Erika McConnell, director of the Alaska Alcohol and Marijuana Control Office, said no marijuana worker has been harmed in Alaska, but criminals have targeted businesses.
“We are aware that there have been some break-ins, and yeah, that is a concern. I’m not aware of anyone at this point being injured,” she said.
Cary Carrigan, executive director of the Alaska Marijuana Industry Association, is worried that it’s only a matter of time before someone is hurt.
“Does somebody need to get shot or robbed or killed for somebody to pay attention to this issue?” he asked.
In February 2017, Rep. Don Young, R-Alaska, created a Congressional Cannabis Caucus with fellow Representatives from Colorado and California. This week, Young spokesman Matt Shuckerow said Tuesday, Young “will join a bipartisan group in Congress to introduce the Secure and Fair Enforcement Banking Act (SAFE Banking Act), which ensures institutions can service marijuana-related businesses without the fear of reprisal from the federal government.”
If the bill passes Congress, banks dealing with marijuana businesses will be granted “safe harbor” from a federal crackdown.
“For example, federal banking regulators would not be able to threaten or limit a bank or credit union’s Deposit Insurance, take any action or downgrade a loan made to a covered business, or force a depository institution to halt providing any kind of banking services to a marijuana-related legitimate business,” Shuckerow wrote in an email.
By phone, he added, “Banking is certainly one of his big issues. As we move forward, he wants to see these businesses operating legally … to be treated like any other business.”
In the meantime, some Alaska cannabis businesses are operating by subterfuge. Several contacted by the Empire said they use services provided by personal savings and checking accounts to access bank services for their business. Others said they have accounts under the name of their business or a parent company in order to conceal that the account is being used for a marijuana purpose.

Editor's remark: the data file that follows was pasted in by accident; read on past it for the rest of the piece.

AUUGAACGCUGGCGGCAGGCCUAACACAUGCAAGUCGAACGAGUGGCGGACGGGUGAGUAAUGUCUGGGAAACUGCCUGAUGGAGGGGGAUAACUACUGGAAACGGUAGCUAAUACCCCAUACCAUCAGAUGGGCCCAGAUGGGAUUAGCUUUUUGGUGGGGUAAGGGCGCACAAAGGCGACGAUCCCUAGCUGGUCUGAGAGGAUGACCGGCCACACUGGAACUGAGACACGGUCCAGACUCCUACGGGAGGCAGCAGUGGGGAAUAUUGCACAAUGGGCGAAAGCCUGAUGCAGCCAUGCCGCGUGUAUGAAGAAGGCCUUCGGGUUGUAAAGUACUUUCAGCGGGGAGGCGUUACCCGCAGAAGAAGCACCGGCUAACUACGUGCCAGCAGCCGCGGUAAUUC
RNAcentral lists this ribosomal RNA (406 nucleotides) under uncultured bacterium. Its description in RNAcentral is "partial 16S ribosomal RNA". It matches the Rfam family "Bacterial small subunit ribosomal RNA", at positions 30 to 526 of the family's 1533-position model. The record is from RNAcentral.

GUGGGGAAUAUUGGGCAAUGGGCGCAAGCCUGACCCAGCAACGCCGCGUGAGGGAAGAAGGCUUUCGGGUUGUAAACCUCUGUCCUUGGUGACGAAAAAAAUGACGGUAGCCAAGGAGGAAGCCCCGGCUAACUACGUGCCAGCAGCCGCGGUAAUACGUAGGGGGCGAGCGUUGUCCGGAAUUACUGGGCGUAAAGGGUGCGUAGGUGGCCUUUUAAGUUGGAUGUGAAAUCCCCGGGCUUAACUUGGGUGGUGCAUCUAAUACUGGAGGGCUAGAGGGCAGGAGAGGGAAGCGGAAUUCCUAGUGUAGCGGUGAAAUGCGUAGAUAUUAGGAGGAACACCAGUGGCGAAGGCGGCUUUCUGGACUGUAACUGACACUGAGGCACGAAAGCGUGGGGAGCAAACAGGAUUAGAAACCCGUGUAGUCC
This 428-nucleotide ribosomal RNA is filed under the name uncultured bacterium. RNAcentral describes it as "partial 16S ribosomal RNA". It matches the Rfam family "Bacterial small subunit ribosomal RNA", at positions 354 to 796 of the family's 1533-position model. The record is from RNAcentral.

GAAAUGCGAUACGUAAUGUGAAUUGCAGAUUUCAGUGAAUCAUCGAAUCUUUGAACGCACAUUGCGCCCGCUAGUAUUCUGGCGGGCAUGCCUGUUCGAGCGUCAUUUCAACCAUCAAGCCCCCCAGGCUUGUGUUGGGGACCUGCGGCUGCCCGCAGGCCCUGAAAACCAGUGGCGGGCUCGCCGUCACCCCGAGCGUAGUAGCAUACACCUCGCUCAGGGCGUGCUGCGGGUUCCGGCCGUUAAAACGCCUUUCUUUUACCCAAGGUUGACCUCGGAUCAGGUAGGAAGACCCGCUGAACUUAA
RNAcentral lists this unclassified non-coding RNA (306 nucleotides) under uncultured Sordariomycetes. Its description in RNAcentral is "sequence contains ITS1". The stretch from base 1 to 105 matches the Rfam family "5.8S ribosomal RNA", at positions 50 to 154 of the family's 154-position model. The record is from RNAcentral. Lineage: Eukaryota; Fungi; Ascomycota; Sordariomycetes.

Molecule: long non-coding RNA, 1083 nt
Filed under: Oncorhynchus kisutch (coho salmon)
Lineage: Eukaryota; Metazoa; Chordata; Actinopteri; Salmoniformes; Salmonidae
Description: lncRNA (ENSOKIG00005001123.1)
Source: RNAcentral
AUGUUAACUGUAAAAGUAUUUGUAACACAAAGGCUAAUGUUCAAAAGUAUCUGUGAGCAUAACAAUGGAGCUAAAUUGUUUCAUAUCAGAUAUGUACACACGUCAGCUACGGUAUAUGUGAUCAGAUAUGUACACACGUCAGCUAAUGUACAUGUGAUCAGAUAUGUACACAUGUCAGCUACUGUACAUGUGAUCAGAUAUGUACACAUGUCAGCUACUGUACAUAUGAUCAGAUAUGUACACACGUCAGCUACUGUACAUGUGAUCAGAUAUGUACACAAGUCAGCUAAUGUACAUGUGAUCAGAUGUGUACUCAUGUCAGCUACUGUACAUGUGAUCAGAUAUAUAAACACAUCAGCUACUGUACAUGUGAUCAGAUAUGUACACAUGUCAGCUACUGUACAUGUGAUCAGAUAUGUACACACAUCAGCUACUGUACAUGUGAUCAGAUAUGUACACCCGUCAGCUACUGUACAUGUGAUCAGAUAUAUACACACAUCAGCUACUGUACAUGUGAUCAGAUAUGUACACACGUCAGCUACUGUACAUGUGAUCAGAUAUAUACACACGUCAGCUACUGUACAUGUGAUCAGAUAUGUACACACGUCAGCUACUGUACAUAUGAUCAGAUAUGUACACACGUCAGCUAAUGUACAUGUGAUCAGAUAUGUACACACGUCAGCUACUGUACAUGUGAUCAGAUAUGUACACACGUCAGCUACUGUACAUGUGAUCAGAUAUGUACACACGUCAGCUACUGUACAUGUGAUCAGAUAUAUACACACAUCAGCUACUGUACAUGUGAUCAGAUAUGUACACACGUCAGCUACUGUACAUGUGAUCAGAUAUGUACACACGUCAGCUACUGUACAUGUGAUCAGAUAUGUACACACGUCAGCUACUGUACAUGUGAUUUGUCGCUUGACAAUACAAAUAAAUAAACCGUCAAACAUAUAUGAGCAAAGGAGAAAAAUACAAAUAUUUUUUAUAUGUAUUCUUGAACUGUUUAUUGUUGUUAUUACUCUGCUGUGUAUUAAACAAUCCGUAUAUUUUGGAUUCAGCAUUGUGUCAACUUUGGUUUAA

Lacy Wilcox is the Southeast chapter president of the AMIA and said by phone that for some Alaska businesses, “it feels a lot like hiding, and we don’t want to hide.”
Rainforest Farms is the first business to remit marijuana taxes to the state from off the road system, and the problems it encounters will soon be seen by other growers. (Under Alaska’s system, growers, not retailers, pay state taxes.)
“There’s a lot more coming online, so this is something that’s important to think about,” Barrett said.
Wilcox said she and other marijuana businesses off the road system are confident that things will get better.
“We’re all rooting for each other, and I think collectively we’ll get there,” she said. “The only question is, how long is it going to take?”
Correction: The original version of this story said nine states have legalized recreational marijuana. It is eight states and Washington, D.C.
• Contact reporter James Brooks at firstname.lastname@example.org or call 419-7732.